by Rachel Bender Meyer
Virginia’s unemployment rate has declined from this time last year, currently hovering at 5.6 percent. Employers, however, still are hesitant to bring on additional full-time, permanent staff for fear of having to lay them off.
The past few years have been very tough, and no one wants to be in the position to have to let a new hire go because corporate revenue did not meet expectations. As a result, many organizations have turned to the model of “fractional talent”, more commonly known as interim, temporary or contract talent. In fact, the 2011 McKinsey Global Institute U.S. Jobs Survey of 2,000 employers found that 34 percent expect their companies to use more temps during the next five years. So, how do you know if a fractional type of staffing model is right for your organization’s needs?
Benefits of using fractional talent
One clear benefit of using fractional talent is lessening the risk of hiring someone full-time when you are not sure if the workload warrants a full-time hire. The beauty of fractional talent is that you employ workers only for as long as you need them. This flexible staffing model allows the employer to meet technology needs, handle seasonal increases in workflow, complete specific projects or fill a gap until a full-time employee is hired.
Many employers hire fractional talent on a full-time basis after they have worked with them for a period of time. In this scenario, the company is able to “try before you buy.” The trial period ensures that, in addition to having skills that meet job requirements, workers also are a good fit for the company’s corporate culture.
Many times companies without human resources departments depend heavily on specialized staffing agencies to assist them in filling jobs. These companies lack the internal resources to source, recruit and vet talent for the positions. Hiring fractional talent from an agency also relieves the employer from the costs of taxes and benefits.
Before hiring fractional talent, however, review your needs to see if employing someone on a temporary basis is the path you want to take. Step back and take a look at your opening.
• Do you have enough work for one person to perform on a full-time basis?
• Do you have the money allocated in the budget to hire another full-time employee or just enough set aside to complete a project?
• Is your existing staff able to handle the current workload or are they continually missing deadlines?
Hiring someone on a project basis sometimes can assist you in building a business case for hiring additional full-time staff. You need to ask these questions because hiring workers on a temporary basis and then making them a full-time employee can be much more costly than initially employing them on a permanent basis.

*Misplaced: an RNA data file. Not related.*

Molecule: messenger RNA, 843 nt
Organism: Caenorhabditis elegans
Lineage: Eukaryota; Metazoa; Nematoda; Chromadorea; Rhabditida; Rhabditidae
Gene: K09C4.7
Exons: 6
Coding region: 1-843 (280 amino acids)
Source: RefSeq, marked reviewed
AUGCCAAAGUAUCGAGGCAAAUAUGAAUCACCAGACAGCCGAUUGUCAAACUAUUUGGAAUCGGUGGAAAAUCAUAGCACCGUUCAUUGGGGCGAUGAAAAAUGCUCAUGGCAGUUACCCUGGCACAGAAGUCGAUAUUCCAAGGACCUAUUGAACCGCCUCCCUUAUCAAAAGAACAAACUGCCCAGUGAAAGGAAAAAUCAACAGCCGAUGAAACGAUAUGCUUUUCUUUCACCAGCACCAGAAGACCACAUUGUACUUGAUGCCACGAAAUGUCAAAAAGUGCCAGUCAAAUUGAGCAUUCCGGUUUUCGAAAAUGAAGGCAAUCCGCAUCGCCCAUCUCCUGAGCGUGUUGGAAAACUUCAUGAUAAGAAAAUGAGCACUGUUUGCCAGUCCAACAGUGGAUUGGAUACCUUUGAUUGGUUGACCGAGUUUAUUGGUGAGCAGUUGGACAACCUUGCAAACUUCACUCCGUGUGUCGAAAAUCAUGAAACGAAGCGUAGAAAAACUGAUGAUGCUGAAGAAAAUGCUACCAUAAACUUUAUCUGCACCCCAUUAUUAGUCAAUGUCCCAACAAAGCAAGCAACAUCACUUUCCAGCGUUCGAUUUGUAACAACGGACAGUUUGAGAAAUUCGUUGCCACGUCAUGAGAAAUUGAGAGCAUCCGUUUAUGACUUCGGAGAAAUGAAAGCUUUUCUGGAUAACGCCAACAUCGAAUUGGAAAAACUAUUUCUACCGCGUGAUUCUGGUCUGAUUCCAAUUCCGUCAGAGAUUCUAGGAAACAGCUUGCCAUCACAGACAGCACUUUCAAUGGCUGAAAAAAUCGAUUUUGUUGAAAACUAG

If you have enough work to hire someone on a full-time basis, then employing fractional talent may not be the best approach. The fees for fractional talent include the employee’s and the agency’s markup as well as the “buyout fees” to convert a fractional talent worker to a full-time worker. Each agency has a “buyout schedule” or “temp-to-hire schedule,” so be sure to ask the agency for the details before engaging their services.
Once you determine you have enough work to keep someone busy on a full-time basis, you then need to determine if you have the money allocated in the budget to pay for the new role. If there is not enough money to hire the person on a full-time basis, but there is some money in the budget to pay the person on a project basis, then fractional talent would be a great option. While the temporary employee is working on projects, you have the opportunity to build a case for a budget allocation to hire that person on a full-time basis. Be sure to track the results of the work performed by so you can show the impact the additional assistance had on the business.
Because of consolidations and downsizing, many organizations are working with a much leaner staff than they did in before the Great Recession. As a result, many employees are overworked. An overburdened staff can lead to a high level of attrition. One way to relive the burden is to hire fractional talent to perform some work that your staff finds tedious or is beyond their skill set. It is much easier to retain your current staff than to replace a proven performer.
The pay rates for fractional talent typically are higher than you would pay per hour for a full-time employee because of the temporary nature of the assignment. For example, if you pay a full-time employee $35 per hour, then you can expect to pay fractional talent about $45 to $50 per hour. (This does not include the agency fees/markups, which can start at 30 percent and increase from there.) Other factors that come into play are the duration of the assignment, the client’s specialized needs and demand for this type of work.
There are many staffing agencies that can help you find the talent you need on a temporary, temp-to-hire or full-time basis. They are specialists in the staffing industry and can consult with you to determine the best hiring model based on your current needs. Take the time needed to assess your specific situation keeping an eye on the end result you need to meet your overall objectives.
Rachel Bender Meyer is director of HR talent for Titan Group. She can be reached at ..Tweet
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